\.

Now the Java regular expression interpreter kicks in, and interprets the remaining backslash as an escape character. The following character . is now interpreted to mean an actual full stop, not to have the special regular expression meaning it otherwise has. The remaining regular expression thus matches for the full stop character and nothing more.

Several characters have a special meaning in the Java regular expression syntax. If you want to match for that explicit character and not use it with its special meaning, you need to escape it with the backslash character first. For instance, to match for the full stop character, you need to write:

String regex = "\\.";

To match for the backslash character itself, you need to write:

String regex = "\\\\";

Getting the escaping of characters right in regular expressions can be tricky. For advanced regular expressions you might have to play around with it a while before you get it right.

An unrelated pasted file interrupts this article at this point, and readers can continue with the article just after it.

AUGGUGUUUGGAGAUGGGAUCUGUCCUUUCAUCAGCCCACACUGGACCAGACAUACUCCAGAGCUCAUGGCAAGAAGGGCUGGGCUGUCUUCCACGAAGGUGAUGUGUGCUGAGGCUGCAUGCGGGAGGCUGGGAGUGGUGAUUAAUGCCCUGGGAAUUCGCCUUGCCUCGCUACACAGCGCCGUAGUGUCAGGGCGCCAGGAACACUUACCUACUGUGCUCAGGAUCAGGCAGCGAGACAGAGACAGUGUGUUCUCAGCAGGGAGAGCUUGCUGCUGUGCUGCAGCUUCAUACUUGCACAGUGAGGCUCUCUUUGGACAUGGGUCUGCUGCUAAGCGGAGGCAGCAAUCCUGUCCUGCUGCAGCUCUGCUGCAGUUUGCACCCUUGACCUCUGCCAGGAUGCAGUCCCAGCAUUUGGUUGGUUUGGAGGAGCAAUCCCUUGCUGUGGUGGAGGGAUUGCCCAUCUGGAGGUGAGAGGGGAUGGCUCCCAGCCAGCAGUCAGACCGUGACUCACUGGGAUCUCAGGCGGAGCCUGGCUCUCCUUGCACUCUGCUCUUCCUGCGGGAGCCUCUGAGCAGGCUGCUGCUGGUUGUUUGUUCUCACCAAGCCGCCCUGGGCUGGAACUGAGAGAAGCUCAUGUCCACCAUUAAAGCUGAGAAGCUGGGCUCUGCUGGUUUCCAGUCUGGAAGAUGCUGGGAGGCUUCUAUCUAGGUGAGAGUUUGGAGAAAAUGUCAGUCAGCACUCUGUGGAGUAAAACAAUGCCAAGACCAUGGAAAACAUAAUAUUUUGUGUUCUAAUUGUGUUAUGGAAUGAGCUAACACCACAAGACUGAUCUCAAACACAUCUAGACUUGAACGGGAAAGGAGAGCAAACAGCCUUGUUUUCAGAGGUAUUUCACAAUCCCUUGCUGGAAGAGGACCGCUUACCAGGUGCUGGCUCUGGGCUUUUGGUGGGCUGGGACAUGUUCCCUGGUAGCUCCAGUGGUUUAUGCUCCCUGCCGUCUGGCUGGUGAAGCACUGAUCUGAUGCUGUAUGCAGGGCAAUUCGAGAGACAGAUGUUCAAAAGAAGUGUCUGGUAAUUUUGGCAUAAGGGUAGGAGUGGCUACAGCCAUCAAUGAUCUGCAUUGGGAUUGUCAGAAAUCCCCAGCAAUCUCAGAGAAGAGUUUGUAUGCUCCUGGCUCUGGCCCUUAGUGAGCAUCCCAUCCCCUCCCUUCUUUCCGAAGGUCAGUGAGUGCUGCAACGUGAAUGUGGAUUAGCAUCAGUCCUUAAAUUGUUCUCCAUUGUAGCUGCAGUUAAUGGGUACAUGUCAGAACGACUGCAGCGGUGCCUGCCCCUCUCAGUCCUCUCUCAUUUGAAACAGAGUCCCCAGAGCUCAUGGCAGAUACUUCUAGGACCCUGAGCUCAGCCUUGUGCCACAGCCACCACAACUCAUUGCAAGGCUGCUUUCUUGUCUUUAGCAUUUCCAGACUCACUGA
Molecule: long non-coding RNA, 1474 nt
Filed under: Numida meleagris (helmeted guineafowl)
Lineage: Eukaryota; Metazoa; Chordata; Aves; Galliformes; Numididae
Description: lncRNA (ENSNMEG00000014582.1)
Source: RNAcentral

Matching Any Character

So far we have only seen how to match specific characters like "h", "t", "p" etc. However, you can also just match any character without regard to what character it is. The Java regular expression syntax lets you do that using the . character (period / full stop). Here is an example regular expression that matches any character:

String regex = ".";

This regular expression matches a single character, no matter what character it is.

The . character can be combined with other characters to create more advanced regular expressions. Here is an example:

String regex = "H.llo";